6. The method according to claim 4, further comprising analyzing the identified cells using a method selected from the group consisting of: biochemical testing and whole genome amplification followed by genomic hybridization or sequencing.

7. The method of claim 1, wherein the isolating disassociated fetal cells from maternal cells comprises:

contacting the cells of the endocervical sample with a fetal-specific antibody;
identifying contacted cells that have bound to the fetal-specific antibody; and
isolating the identified cells.

8. The method according to claim 1, further comprising:

identifying fetal cells in the isolated dissociated fetal cells;
determining fetal cell density;
performing a genetic analysis of the fetal cells; or
identifying one or more biomarkers in the isolated dissociated fetal cells.

9. A method of retrieving fetal cells from an endocervical sample comprising:

obtaining an endocervical sample;
placing the endocervical sample in a fixative;
removing mucus from the endocervical sample;
immunomagnetically labeling fetal cells of the endocervical sample using column-free immunomagnetic nanoparticles;
disassociating fetal cells from maternal cells in the endocervical sample, and
retrieving disassociated fetal cells en masse from the sample, wherein a majority of fetal cells present in the endocervical sample are recovered as dissociated fetal cells, and wherein the dissociated fetal cells are characterized by purity of 90% or greater.

10. The method of claim 1, wherein removing the mucus from the endocervical sample comprises contacting the mucus with acetic acid.

11. A method of retrieving fetal cells from an endocervical sample consisting of:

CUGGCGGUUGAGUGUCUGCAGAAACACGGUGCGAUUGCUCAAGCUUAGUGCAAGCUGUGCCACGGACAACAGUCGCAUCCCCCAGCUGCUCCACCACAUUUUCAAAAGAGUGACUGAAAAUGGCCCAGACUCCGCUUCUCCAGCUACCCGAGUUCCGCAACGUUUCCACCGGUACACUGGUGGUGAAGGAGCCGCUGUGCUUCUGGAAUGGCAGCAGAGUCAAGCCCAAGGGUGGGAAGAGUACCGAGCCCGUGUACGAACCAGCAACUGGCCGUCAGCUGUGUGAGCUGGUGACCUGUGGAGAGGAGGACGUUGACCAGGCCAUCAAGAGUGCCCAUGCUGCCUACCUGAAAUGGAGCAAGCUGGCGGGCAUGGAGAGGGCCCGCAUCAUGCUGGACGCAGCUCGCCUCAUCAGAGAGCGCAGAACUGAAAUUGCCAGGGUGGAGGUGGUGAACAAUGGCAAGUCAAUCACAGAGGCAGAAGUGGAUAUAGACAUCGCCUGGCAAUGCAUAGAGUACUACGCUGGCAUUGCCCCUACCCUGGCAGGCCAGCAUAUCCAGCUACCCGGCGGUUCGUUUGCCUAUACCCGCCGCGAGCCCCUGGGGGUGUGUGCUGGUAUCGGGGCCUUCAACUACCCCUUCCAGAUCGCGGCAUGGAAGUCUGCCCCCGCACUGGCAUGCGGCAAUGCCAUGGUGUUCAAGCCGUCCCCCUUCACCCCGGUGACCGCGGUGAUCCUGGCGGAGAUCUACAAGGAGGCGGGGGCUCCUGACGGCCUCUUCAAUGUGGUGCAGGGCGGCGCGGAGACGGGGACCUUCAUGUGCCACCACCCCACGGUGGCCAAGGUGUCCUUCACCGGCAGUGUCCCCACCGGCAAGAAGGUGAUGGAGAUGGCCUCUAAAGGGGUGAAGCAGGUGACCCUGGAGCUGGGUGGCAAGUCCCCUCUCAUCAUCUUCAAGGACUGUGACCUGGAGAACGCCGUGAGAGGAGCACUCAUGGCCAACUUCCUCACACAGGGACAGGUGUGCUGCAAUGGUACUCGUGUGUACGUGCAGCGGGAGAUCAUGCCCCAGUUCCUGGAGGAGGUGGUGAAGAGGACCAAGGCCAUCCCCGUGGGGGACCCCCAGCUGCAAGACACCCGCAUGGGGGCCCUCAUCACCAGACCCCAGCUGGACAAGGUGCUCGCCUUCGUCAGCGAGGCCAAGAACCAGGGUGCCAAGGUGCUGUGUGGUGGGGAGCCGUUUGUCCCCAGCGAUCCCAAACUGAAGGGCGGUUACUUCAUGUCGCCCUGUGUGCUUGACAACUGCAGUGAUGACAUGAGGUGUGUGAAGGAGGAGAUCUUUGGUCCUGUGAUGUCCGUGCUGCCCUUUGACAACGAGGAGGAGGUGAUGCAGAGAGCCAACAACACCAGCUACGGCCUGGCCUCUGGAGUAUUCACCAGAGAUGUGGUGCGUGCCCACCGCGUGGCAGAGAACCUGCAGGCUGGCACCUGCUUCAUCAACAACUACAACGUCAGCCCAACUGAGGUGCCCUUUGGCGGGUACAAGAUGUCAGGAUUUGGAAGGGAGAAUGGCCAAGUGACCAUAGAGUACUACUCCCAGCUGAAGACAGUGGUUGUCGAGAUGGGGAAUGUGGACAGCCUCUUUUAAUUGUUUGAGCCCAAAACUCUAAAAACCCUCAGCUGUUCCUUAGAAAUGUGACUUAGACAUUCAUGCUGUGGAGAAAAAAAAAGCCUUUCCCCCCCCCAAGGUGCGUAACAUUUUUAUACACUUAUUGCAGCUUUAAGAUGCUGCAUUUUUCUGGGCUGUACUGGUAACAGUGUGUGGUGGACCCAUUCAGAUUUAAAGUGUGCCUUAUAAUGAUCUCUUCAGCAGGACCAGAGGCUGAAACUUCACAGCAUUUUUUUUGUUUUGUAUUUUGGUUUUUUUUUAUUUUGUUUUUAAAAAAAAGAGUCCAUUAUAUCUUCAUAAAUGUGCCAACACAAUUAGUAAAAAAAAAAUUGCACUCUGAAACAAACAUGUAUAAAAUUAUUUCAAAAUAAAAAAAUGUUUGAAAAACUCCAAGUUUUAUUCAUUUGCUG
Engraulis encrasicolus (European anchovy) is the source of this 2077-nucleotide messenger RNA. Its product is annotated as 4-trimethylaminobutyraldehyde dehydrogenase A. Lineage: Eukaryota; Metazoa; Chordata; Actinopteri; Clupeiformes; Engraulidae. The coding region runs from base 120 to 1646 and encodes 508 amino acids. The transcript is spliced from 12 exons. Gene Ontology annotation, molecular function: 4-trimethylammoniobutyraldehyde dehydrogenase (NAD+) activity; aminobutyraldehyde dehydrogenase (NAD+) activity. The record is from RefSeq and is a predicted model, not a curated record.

obtaining a fixed or an unfixed endocervical sample;
treating the sample by acidification or treating the sample with a preservative;
centrifuging the sample and resuspending pelleted cells, thereby washing the pelleted cells, producing a washed endocervical sample;
immunomagnetically labeling fetal cells of the washed endocervical sample using column-free immunomagnetic nanoparticles;
disassociating fetal cells from maternal cells in the washed endocervical sample; and
retrieving disassociated fetal cells en masse from the washed sample, wherein a majority of fetal cells present in the endocervical sample are recovered as dissociated fetal cells, and wherein the dissociated fetal cells are characterized by purity of 90% or greater.

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Patent History

Patent number: 10344315
Type: Grant
Filed: Oct 18, 2013
Date of Patent: Jul 9, 2019
Patent Publication Number: 20150267240
Assignee: Wayne State University (Detroit, MI)
Inventors: D. Randall Armant (Saint Clair Shores, MI), Michael P. Diamond (Grosse Pointe Shores, MI)
Primary Examiner: Carla J Myers
Application Number: 14/436,270

Classifications

Current U.S. Class: Tumor Cell Or Cancer Cell (435/7.23)
International Classification: C12Q 1/24 (20060101); C12Q 1/6888 (20180101); G01N 33/569 (20060101); C12N 5/073 (20100101);